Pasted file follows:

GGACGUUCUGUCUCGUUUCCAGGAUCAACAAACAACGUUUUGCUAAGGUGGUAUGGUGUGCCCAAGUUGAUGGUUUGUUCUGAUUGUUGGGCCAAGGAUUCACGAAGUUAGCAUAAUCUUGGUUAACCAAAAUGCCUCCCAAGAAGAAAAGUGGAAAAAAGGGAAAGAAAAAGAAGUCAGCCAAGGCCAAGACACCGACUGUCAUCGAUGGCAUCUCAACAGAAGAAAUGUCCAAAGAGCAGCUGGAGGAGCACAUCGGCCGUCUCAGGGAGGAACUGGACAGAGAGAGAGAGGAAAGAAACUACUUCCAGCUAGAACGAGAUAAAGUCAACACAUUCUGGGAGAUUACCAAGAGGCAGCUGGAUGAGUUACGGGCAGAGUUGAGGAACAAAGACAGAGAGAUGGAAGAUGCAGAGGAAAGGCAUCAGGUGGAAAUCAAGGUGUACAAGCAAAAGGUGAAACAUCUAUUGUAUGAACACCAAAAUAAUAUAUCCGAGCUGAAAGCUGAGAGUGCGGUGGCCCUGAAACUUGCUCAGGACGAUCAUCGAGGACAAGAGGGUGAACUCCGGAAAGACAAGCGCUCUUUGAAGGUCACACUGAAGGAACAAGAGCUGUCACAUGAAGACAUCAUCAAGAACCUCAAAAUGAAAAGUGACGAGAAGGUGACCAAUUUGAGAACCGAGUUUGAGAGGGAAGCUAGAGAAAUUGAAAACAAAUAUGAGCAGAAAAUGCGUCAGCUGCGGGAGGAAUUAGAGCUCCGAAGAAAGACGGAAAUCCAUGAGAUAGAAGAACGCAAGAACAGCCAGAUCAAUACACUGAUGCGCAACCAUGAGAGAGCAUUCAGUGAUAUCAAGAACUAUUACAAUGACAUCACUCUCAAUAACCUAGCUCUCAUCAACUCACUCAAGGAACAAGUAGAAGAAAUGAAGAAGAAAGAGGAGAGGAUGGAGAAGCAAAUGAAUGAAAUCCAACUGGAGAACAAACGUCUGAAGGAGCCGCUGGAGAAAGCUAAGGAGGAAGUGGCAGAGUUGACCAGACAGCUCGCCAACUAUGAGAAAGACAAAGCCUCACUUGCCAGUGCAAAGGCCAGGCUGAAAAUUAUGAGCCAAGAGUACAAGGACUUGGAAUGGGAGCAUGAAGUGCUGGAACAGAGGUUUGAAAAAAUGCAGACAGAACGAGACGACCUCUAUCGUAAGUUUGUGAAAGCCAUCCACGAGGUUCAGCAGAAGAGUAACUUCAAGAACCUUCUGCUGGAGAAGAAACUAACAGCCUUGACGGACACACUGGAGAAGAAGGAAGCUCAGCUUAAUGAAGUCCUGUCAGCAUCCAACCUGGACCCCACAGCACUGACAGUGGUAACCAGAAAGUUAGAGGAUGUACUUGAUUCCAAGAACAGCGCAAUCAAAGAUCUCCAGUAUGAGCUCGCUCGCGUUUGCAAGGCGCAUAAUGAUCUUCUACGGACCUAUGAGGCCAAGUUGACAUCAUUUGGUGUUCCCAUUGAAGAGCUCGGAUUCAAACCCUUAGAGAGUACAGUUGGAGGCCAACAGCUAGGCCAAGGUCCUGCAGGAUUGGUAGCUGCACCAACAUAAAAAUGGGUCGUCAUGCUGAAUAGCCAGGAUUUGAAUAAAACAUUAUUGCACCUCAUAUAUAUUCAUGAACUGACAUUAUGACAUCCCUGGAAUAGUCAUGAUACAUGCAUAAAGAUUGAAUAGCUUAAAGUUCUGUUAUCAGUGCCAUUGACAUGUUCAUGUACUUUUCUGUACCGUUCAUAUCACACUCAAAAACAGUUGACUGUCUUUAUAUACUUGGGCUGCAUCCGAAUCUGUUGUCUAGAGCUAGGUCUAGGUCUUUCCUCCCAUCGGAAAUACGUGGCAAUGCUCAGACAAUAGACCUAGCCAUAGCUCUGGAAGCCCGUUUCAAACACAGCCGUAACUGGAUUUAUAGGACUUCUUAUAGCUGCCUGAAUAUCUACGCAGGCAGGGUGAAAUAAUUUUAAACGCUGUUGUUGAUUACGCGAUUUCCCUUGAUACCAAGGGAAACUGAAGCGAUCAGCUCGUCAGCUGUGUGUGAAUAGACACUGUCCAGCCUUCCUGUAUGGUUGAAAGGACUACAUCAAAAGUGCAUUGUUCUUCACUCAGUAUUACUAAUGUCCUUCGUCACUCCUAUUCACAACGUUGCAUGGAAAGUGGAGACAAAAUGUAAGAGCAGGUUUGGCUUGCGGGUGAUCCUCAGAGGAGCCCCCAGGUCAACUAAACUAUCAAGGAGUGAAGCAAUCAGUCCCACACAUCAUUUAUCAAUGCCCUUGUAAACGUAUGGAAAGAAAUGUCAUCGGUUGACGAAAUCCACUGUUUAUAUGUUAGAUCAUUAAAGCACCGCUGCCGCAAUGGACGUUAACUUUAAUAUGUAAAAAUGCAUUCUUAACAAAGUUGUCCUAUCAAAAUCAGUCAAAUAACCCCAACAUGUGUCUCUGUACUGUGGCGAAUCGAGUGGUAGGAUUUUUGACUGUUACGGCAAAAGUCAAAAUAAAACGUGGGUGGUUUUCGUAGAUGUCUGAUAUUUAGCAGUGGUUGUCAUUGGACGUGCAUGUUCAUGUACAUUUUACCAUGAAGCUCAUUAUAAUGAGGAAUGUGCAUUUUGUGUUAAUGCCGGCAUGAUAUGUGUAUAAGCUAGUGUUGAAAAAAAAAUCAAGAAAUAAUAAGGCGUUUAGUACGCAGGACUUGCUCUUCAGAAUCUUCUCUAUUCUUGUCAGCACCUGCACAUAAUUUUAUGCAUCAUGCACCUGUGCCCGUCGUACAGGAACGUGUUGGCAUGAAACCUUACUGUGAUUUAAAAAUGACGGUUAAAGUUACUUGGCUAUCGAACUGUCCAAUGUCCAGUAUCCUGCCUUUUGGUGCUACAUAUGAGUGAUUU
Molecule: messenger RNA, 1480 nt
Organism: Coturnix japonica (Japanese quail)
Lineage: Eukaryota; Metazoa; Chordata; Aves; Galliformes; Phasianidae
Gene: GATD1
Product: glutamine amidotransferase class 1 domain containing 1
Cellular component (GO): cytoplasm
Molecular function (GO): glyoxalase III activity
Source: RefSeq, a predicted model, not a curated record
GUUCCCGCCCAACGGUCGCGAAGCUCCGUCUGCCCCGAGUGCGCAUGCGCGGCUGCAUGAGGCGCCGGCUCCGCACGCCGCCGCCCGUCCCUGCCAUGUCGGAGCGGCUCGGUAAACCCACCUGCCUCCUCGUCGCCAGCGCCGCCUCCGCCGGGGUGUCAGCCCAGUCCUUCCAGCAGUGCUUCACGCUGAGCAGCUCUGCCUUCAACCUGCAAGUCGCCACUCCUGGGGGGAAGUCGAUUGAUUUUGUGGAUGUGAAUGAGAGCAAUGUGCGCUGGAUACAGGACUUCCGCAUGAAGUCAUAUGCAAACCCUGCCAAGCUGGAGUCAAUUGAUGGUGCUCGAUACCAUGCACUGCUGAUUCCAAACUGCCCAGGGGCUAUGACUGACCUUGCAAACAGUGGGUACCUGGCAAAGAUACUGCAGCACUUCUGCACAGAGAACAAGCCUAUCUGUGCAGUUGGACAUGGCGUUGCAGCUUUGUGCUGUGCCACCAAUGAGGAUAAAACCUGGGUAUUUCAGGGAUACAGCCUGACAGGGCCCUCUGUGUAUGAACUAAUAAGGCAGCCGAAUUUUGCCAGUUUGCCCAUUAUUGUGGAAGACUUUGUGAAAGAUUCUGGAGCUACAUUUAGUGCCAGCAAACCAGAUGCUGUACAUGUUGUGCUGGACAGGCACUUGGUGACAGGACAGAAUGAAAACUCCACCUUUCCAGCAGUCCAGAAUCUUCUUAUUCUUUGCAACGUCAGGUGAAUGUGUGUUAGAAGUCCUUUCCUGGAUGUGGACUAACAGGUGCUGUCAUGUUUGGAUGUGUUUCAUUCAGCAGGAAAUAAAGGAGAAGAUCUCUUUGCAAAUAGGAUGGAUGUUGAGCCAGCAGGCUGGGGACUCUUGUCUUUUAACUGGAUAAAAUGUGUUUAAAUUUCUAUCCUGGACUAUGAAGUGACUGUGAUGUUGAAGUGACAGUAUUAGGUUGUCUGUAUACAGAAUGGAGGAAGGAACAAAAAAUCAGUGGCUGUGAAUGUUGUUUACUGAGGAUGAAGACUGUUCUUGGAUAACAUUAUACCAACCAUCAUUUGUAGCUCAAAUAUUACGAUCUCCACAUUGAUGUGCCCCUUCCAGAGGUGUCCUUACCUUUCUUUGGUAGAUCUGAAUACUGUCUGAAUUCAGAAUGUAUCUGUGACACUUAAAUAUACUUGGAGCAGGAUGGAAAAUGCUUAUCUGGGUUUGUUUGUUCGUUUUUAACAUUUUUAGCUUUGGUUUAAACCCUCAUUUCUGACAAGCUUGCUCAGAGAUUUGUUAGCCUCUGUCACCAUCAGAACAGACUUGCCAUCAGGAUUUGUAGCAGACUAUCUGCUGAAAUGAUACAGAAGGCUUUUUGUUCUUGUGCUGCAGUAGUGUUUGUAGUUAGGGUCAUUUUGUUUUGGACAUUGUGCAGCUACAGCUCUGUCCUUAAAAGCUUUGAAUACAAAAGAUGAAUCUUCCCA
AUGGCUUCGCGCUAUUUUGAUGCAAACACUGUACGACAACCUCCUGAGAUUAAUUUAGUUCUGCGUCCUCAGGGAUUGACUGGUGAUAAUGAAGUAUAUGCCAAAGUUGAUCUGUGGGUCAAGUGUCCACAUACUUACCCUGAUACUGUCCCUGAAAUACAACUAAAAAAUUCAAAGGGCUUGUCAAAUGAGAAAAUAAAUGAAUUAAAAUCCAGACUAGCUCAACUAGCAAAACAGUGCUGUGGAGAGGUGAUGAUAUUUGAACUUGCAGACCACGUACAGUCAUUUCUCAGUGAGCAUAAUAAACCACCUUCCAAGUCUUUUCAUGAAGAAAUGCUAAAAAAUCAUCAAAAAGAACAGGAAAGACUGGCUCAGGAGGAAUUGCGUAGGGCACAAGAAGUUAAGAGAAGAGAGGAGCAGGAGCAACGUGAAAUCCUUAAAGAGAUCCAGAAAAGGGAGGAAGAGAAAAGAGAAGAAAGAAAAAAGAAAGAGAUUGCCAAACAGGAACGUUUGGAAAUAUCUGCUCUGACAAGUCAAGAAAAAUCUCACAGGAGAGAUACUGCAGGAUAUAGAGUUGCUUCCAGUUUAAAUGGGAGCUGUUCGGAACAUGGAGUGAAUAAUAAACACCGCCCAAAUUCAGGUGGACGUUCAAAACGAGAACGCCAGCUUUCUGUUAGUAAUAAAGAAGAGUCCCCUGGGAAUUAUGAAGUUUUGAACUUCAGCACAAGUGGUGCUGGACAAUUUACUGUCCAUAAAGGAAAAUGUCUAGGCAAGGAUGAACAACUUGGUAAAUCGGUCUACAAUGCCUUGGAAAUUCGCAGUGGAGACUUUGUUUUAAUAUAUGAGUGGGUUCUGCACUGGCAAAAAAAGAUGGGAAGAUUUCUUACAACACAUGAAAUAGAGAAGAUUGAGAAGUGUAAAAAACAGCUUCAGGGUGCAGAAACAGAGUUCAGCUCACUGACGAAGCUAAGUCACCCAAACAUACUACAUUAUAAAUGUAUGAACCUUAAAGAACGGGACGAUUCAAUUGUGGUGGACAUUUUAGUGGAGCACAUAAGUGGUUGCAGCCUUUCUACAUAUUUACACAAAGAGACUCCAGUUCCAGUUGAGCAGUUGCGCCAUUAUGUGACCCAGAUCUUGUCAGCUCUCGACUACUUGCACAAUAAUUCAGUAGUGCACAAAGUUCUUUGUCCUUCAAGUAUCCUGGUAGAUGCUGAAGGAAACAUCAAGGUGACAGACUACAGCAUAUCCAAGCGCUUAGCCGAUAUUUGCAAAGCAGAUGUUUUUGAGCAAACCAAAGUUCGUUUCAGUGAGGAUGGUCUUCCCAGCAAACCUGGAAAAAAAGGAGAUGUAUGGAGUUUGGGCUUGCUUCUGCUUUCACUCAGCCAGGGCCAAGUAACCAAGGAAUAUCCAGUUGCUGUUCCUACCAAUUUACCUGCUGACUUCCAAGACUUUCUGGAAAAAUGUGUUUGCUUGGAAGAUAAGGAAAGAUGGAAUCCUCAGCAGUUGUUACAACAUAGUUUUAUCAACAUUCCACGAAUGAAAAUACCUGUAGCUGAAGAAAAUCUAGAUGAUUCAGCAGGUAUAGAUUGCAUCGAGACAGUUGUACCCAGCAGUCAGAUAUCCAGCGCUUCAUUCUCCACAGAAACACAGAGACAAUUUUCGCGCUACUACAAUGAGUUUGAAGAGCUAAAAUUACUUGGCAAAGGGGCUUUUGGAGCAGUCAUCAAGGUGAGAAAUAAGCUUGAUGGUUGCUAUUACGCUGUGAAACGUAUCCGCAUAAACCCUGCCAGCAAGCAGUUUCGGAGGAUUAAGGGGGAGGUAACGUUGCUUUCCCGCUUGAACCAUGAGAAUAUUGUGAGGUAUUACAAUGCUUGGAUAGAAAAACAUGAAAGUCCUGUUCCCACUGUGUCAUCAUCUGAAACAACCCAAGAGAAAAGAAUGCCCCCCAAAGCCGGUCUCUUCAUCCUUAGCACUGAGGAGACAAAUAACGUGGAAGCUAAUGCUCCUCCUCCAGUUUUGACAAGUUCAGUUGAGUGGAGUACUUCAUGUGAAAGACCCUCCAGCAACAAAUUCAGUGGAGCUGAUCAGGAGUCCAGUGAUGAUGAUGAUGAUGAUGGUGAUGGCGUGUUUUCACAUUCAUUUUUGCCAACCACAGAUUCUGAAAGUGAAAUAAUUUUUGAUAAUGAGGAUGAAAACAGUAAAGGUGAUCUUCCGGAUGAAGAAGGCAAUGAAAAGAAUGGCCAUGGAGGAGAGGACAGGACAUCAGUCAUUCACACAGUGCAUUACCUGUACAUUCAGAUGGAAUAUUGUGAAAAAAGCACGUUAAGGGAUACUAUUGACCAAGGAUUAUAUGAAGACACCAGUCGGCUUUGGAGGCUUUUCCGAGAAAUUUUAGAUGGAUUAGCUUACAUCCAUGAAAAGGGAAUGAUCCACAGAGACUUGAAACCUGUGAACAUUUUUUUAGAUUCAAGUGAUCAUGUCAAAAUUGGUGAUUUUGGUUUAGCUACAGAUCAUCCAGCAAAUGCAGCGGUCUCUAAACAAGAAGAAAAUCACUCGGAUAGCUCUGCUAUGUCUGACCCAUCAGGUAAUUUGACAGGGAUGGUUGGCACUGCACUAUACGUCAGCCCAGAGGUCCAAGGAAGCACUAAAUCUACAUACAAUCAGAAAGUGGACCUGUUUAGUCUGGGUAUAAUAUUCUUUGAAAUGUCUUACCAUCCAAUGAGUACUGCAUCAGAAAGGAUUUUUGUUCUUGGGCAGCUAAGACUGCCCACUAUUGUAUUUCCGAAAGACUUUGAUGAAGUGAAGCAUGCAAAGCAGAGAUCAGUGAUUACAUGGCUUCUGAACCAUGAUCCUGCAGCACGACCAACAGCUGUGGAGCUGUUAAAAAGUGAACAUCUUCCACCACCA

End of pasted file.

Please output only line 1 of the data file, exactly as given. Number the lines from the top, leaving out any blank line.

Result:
GGACGUUCUGUCUCGUUUCCAGGAUCAACAAACAACGUUUUGCUAAGGUGGUAUGGUGUGCCCAAGUUGAUGGUUUGUUCUGAUUGUUGGGCCAAGGAUUCACGAAGUUAGCAUAAUCUUGGUUAACCAAAAUGCCUCCCAAGAAGAAAAGUGGAAAAAAGGGAAAGAAAAAGAAGUCAGCCAAGGCCAAGACACCGACUGUCAUCGAUGGCAUCUCAACAGAAGAAAUGUCCAAAGAGCAGCUGGAGGAGCACAUCGGCCGUCUCAGGGAGGAACUGGACAGAGAGAGAGAGGAAAGAAACUACUUCCAGCUAGAACGAGAUAAAGUCAACACAUUCUGGGAGAUUACCAAGAGGCAGCUGGAUGAGUUACGGGCAGAGUUGAGGAACAAAGACAGAGAGAUGGAAGAUGCAGAGGAAAGGCAUCAGGUGGAAAUCAAGGUGUACAAGCAAAAGGUGAAACAUCUAUUGUAUGAACACCAAAAUAAUAUAUCCGAGCUGAAAGCUGAGAGUGCGGUGGCCCUGAAACUUGCUCAGGACGAUCAUCGAGGACAAGAGGGUGAACUCCGGAAAGACAAGCGCUCUUUGAAGGUCACACUGAAGGAACAAGAGCUGUCACAUGAAGACAUCAUCAAGAACCUCAAAAUGAAAAGUGACGAGAAGGUGACCAAUUUGAGAACCGAGUUUGAGAGGGAAGCUAGAGAAAUUGAAAACAAAUAUGAGCAGAAAAUGCGUCAGCUGCGGGAGGAAUUAGAGCUCCGAAGAAAGACGGAAAUCCAUGAGAUAGAAGAACGCAAGAACAGCCAGAUCAAUACACUGAUGCGCAACCAUGAGAGAGCAUUCAGUGAUAUCAAGAACUAUUACAAUGACAUCACUCUCAAUAACCUAGCUCUCAUCAACUCACUCAAGGAACAAGUAGAAGAAAUGAAGAAGAAAGAGGAGAGGAUGGAGAAGCAAAUGAAUGAAAUCCAACUGGAGAACAAACGUCUGAAGGAGCCGCUGGAGAAAGCUAAGGAGGAAGUGGCAGAGUUGACCAGACAGCUCGCCAACUAUGAGAAAGACAAAGCCUCACUUGCCAGUGCAAAGGCCAGGCUGAAAAUUAUGAGCCAAGAGUACAAGGACUUGGAAUGGGAGCAUGAAGUGCUGGAACAGAGGUUUGAAAAAAUGCAGACAGAACGAGACGACCUCUAUCGUAAGUUUGUGAAAGCCAUCCACGAGGUUCAGCAGAAGAGUAACUUCAAGAACCUUCUGCUGGAGAAGAAACUAACAGCCUUGACGGACACACUGGAGAAGAAGGAAGCUCAGCUUAAUGAAGUCCUGUCAGCAUCCAACCUGGACCCCACAGCACUGACAGUGGUAACCAGAAAGUUAGAGGAUGUACUUGAUUCCAAGAACAGCGCAAUCAAAGAUCUCCAGUAUGAGCUCGCUCGCGUUUGCAAGGCGCAUAAUGAUCUUCUACGGACCUAUGAGGCCAAGUUGACAUCAUUUGGUGUUCCCAUUGAAGAGCUCGGAUUCAAACCCUUAGAGAGUACAGUUGGAGGCCAACAGCUAGGCCAAGGUCCUGCAGGAUUGGUAGCUGCACCAACAUAAAAAUGGGUCGUCAUGCUGAAUAGCCAGGAUUUGAAUAAAACAUUAUUGCACCUCAUAUAUAUUCAUGAACUGACAUUAUGACAUCCCUGGAAUAGUCAUGAUACAUGCAUAAAGAUUGAAUAGCUUAAAGUUCUGUUAUCAGUGCCAUUGACAUGUUCAUGUACUUUUCUGUACCGUUCAUAUCACACUCAAAAACAGUUGACUGUCUUUAUAUACUUGGGCUGCAUCCGAAUCUGUUGUCUAGAGCUAGGUCUAGGUCUUUCCUCCCAUCGGAAAUACGUGGCAAUGCUCAGACAAUAGACCUAGCCAUAGCUCUGGAAGCCCGUUUCAAACACAGCCGUAACUGGAUUUAUAGGACUUCUUAUAGCUGCCUGAAUAUCUACGCAGGCAGGGUGAAAUAAUUUUAAACGCUGUUGUUGAUUACGCGAUUUCCCUUGAUACCAAGGGAAACUGAAGCGAUCAGCUCGUCAGCUGUGUGUGAAUAGACACUGUCCAGCCUUCCUGUAUGGUUGAAAGGACUACAUCAAAAGUGCAUUGUUCUUCACUCAGUAUUACUAAUGUCCUUCGUCACUCCUAUUCACAACGUUGCAUGGAAAGUGGAGACAAAAUGUAAGAGCAGGUUUGGCUUGCGGGUGAUCCUCAGAGGAGCCCCCAGGUCAACUAAACUAUCAAGGAGUGAAGCAAUCAGUCCCACACAUCAUUUAUCAAUGCCCUUGUAAACGUAUGGAAAGAAAUGUCAUCGGUUGACGAAAUCCACUGUUUAUAUGUUAGAUCAUUAAAGCACCGCUGCCGCAAUGGACGUUAACUUUAAUAUGUAAAAAUGCAUUCUUAACAAAGUUGUCCUAUCAAAAUCAGUCAAAUAACCCCAACAUGUGUCUCUGUACUGUGGCGAAUCGAGUGGUAGGAUUUUUGACUGUUACGGCAAAAGUCAAAAUAAAACGUGGGUGGUUUUCGUAGAUGUCUGAUAUUUAGCAGUGGUUGUCAUUGGACGUGCAUGUUCAUGUACAUUUUACCAUGAAGCUCAUUAUAAUGAGGAAUGUGCAUUUUGUGUUAAUGCCGGCAUGAUAUGUGUAUAAGCUAGUGUUGAAAAAAAAAUCAAGAAAUAAUAAGGCGUUUAGUACGCAGGACUUGCUCUUCAGAAUCUUCUCUAUUCUUGUCAGCACCUGCACAUAAUUUUAUGCAUCAUGCACCUGUGCCCGUCGUACAGGAACGUGUUGGCAUGAAACCUUACUGUGAUUUAAAAAUGACGGUUAAAGUUACUUGGCUAUCGAACUGUCCAAUGUCCAGUAUCCUGCCUUUUGGUGCUACAUAUGAGUGAUUU